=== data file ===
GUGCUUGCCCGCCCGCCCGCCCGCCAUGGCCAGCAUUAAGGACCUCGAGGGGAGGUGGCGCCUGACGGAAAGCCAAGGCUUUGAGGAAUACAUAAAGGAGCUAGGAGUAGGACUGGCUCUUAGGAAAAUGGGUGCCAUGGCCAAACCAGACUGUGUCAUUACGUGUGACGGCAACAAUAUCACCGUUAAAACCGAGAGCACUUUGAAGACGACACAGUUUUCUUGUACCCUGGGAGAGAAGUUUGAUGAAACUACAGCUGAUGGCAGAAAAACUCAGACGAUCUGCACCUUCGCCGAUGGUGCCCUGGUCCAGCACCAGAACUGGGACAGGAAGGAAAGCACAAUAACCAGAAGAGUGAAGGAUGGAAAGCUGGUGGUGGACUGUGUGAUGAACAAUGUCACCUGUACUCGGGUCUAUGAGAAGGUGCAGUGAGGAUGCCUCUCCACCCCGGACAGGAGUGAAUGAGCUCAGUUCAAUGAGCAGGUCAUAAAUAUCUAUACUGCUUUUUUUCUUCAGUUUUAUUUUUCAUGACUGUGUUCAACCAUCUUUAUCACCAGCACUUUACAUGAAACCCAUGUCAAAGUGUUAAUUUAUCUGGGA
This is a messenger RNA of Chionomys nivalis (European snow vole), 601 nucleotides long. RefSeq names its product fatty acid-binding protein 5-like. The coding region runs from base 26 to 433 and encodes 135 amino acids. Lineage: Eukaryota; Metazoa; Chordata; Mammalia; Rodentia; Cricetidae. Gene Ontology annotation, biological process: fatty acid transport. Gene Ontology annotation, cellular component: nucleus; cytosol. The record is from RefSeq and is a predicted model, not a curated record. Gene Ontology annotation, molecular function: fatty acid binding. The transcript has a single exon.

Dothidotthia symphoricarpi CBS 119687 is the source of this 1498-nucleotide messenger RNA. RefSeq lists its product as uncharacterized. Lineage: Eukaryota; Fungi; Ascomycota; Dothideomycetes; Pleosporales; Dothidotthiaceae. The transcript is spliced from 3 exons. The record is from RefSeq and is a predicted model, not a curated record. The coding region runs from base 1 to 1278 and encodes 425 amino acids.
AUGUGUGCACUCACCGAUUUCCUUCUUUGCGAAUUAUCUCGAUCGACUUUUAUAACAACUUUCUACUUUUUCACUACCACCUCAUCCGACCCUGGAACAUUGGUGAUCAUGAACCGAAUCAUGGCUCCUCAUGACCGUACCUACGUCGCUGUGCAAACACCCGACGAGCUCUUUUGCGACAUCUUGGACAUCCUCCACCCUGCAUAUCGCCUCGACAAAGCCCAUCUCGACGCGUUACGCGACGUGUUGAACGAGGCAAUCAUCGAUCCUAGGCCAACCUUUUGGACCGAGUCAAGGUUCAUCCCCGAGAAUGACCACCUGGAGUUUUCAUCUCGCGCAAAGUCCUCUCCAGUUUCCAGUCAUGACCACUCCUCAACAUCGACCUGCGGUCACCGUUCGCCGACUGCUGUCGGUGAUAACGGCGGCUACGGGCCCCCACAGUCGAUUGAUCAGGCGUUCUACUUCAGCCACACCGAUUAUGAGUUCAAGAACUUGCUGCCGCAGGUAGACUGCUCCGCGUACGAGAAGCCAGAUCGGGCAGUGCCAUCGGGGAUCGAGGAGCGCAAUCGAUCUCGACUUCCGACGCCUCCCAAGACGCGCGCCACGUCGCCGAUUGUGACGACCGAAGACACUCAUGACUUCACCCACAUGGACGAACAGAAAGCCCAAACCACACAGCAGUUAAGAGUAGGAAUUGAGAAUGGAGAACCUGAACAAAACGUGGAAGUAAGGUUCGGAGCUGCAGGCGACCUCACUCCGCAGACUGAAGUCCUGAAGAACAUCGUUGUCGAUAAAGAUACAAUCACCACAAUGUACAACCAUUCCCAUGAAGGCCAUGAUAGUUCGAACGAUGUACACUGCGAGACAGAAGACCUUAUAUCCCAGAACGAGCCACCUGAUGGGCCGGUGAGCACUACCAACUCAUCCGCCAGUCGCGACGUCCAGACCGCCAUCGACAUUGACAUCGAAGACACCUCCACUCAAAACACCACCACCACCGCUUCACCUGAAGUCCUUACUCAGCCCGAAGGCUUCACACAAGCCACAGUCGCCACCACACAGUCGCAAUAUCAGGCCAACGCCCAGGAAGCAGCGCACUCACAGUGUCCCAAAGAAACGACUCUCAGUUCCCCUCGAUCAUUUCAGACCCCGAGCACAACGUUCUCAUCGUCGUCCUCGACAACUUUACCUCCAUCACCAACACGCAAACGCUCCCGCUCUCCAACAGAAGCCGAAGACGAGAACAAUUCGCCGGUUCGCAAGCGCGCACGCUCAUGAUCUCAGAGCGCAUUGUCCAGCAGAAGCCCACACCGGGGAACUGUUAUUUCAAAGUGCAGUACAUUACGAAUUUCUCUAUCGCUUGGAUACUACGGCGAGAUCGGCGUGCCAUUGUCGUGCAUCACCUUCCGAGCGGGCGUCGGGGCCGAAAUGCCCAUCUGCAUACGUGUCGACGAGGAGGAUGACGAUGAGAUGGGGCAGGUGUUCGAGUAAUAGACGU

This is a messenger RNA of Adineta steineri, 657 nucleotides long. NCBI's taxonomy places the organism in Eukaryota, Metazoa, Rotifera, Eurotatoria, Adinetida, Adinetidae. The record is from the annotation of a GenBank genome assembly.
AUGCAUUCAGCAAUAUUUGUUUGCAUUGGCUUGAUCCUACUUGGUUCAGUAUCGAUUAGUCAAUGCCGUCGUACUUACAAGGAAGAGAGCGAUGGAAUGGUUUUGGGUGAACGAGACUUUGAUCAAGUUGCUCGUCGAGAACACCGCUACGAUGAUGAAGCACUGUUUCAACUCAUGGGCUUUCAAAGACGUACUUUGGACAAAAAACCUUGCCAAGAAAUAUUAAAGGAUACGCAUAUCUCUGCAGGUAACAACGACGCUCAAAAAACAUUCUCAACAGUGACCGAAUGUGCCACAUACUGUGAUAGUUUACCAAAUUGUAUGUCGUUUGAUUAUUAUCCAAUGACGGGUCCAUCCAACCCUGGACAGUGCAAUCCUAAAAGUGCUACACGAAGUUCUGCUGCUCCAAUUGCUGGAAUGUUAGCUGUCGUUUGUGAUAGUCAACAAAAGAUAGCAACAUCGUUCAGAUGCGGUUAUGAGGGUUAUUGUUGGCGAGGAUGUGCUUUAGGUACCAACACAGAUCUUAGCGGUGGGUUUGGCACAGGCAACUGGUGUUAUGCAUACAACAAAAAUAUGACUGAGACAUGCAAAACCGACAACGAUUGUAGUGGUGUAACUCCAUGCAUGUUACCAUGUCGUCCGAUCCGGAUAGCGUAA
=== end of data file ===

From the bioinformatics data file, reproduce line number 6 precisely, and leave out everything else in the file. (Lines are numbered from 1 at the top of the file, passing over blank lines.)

AUGCAUUCAGCAAUAUUUGUUUGCAUUGGCUUGAUCCUACUUGGUUCAGUAUCGAUUAGUCAAUGCCGUCGUACUUACAAGGAAGAGAGCGAUGGAAUGGUUUUGGGUGAACGAGACUUUGAUCAAGUUGCUCGUCGAGAACACCGCUACGAUGAUGAAGCACUGUUUCAACUCAUGGGCUUUCAAAGACGUACUUUGGACAAAAAACCUUGCCAAGAAAUAUUAAAGGAUACGCAUAUCUCUGCAGGUAACAACGACGCUCAAAAAACAUUCUCAACAGUGACCGAAUGUGCCACAUACUGUGAUAGUUUACCAAAUUGUAUGUCGUUUGAUUAUUAUCCAAUGACGGGUCCAUCCAACCCUGGACAGUGCAAUCCUAAAAGUGCUACACGAAGUUCUGCUGCUCCAAUUGCUGGAAUGUUAGCUGUCGUUUGUGAUAGUCAACAAAAGAUAGCAACAUCGUUCAGAUGCGGUUAUGAGGGUUAUUGUUGGCGAGGAUGUGCUUUAGGUACCAACACAGAUCUUAGCGGUGGGUUUGGCACAGGCAACUGGUGUUAUGCAUACAACAAAAAUAUGACUGAGACAUGCAAAACCGACAACGAUUGUAGUGGUGUAACUCCAUGCAUGUUACCAUGUCGUCCGAUCCGGAUAGCGUAA